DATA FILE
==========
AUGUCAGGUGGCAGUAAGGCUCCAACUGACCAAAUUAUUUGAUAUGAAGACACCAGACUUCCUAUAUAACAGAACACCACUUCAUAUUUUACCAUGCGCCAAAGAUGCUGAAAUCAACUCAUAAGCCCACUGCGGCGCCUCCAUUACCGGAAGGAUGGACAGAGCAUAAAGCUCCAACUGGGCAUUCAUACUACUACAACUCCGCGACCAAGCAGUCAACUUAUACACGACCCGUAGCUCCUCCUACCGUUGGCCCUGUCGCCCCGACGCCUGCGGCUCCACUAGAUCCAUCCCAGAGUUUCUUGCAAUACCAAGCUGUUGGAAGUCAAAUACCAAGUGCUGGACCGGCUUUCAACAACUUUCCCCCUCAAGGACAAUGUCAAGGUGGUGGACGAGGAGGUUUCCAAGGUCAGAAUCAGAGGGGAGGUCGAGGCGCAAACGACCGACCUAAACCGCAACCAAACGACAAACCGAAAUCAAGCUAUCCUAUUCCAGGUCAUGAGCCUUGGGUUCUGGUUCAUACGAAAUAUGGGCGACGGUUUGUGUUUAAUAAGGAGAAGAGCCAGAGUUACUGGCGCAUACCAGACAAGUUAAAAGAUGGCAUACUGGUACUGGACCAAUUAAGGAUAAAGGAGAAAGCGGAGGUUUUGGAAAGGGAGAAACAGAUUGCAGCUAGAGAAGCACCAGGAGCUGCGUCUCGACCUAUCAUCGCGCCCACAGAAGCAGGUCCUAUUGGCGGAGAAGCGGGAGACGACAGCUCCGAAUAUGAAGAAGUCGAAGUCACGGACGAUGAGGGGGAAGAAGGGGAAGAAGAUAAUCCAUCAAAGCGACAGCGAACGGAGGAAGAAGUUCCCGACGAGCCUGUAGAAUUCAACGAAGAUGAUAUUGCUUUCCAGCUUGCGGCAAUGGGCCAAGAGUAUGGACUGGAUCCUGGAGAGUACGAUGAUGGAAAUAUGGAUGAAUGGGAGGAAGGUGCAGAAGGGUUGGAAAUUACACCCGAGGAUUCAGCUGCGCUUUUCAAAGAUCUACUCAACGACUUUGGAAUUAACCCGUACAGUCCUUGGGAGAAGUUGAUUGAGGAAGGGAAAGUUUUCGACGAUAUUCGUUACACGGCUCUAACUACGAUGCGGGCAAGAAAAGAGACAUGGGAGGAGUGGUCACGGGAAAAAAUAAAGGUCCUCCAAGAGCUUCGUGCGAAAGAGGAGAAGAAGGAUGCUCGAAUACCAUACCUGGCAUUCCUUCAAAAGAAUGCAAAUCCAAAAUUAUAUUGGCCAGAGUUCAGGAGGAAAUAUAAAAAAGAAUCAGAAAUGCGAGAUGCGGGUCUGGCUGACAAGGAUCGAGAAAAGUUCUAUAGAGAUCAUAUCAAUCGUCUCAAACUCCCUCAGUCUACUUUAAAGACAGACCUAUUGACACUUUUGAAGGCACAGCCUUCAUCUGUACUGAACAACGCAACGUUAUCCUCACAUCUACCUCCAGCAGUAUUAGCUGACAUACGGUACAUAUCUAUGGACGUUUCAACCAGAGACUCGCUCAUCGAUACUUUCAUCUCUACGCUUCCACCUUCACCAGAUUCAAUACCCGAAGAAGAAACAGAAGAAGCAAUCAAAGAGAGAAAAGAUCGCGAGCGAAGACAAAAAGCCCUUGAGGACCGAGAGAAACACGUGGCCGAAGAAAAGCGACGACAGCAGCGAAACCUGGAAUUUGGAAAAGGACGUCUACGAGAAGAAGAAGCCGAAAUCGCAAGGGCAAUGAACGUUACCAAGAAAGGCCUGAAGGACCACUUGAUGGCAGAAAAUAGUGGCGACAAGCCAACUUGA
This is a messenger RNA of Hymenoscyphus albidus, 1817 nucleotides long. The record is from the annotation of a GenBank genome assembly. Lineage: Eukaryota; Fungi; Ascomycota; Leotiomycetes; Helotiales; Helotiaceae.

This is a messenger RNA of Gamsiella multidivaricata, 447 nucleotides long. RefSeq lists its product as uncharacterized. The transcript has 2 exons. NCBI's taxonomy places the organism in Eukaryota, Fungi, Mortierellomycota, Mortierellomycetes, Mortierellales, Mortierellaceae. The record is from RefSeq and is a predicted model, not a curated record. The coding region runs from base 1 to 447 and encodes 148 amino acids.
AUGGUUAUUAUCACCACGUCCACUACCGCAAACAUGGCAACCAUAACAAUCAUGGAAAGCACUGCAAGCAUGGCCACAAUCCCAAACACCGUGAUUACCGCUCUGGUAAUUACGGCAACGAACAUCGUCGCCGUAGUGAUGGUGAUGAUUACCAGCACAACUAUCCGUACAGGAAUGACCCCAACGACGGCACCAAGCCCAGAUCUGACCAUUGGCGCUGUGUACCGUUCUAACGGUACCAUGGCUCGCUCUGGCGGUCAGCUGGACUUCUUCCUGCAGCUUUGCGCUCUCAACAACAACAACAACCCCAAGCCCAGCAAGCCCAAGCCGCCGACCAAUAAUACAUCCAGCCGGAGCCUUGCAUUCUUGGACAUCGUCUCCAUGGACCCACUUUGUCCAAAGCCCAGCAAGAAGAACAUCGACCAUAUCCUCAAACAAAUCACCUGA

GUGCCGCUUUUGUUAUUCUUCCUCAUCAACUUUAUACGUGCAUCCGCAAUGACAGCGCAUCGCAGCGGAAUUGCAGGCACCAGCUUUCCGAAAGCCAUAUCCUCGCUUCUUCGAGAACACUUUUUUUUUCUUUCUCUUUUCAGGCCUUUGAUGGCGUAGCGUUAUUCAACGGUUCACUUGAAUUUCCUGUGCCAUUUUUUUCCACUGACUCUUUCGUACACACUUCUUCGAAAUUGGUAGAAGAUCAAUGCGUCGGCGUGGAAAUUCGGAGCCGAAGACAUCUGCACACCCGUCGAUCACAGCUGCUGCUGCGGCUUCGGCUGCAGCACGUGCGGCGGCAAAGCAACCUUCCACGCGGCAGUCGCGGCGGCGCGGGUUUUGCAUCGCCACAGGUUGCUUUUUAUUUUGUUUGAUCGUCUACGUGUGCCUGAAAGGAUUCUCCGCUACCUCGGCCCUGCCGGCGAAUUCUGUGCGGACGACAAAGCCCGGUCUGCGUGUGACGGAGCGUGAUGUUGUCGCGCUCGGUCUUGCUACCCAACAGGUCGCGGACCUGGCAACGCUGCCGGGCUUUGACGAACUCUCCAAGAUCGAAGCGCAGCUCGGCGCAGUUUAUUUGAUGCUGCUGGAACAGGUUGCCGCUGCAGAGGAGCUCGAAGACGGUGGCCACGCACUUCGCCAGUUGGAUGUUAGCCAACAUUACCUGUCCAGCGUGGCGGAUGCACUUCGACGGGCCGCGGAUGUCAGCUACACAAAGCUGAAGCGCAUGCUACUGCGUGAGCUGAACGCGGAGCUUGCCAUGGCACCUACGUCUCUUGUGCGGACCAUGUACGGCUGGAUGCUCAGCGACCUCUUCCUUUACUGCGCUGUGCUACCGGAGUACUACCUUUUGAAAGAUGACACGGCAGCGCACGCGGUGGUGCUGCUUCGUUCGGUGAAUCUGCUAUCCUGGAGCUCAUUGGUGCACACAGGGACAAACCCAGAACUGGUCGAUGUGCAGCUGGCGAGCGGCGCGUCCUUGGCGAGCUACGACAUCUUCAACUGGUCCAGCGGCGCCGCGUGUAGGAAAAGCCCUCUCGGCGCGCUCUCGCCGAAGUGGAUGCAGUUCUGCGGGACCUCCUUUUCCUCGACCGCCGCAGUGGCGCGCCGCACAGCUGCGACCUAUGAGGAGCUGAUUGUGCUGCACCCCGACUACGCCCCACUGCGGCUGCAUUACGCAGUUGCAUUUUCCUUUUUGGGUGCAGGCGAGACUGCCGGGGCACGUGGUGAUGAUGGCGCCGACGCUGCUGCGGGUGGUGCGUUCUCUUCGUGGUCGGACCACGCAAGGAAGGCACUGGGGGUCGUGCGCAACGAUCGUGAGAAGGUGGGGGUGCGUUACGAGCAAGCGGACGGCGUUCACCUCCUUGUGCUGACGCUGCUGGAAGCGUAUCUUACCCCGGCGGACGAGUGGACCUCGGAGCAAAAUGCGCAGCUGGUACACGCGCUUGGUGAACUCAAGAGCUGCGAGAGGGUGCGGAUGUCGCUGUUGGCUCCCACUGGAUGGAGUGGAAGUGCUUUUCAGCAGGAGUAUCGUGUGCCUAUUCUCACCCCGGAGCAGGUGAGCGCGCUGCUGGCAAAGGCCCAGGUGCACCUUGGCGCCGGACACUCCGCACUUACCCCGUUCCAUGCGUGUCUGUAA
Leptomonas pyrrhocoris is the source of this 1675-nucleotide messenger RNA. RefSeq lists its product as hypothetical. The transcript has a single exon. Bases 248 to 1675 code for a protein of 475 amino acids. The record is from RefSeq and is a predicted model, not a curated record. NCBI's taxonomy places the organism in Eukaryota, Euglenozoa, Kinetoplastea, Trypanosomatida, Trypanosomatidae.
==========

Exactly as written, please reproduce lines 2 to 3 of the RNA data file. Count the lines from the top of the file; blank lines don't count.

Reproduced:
This is a messenger RNA of Hymenoscyphus albidus, 1817 nucleotides long. The record is from the annotation of a GenBank genome assembly. Lineage: Eukaryota; Fungi; Ascomycota; Leotiomycetes; Helotiales; Helotiaceae.

This is a messenger RNA of Gamsiella multidivaricata, 447 nucleotides long. RefSeq lists its product as uncharacterized. The transcript has 2 exons. NCBI's taxonomy places the organism in Eukaryota, Fungi, Mortierellomycota, Mortierellomycetes, Mortierellales, Mortierellaceae. The record is from RefSeq and is a predicted model, not a curated record. The coding region runs from base 1 to 447 and encodes 148 amino acids.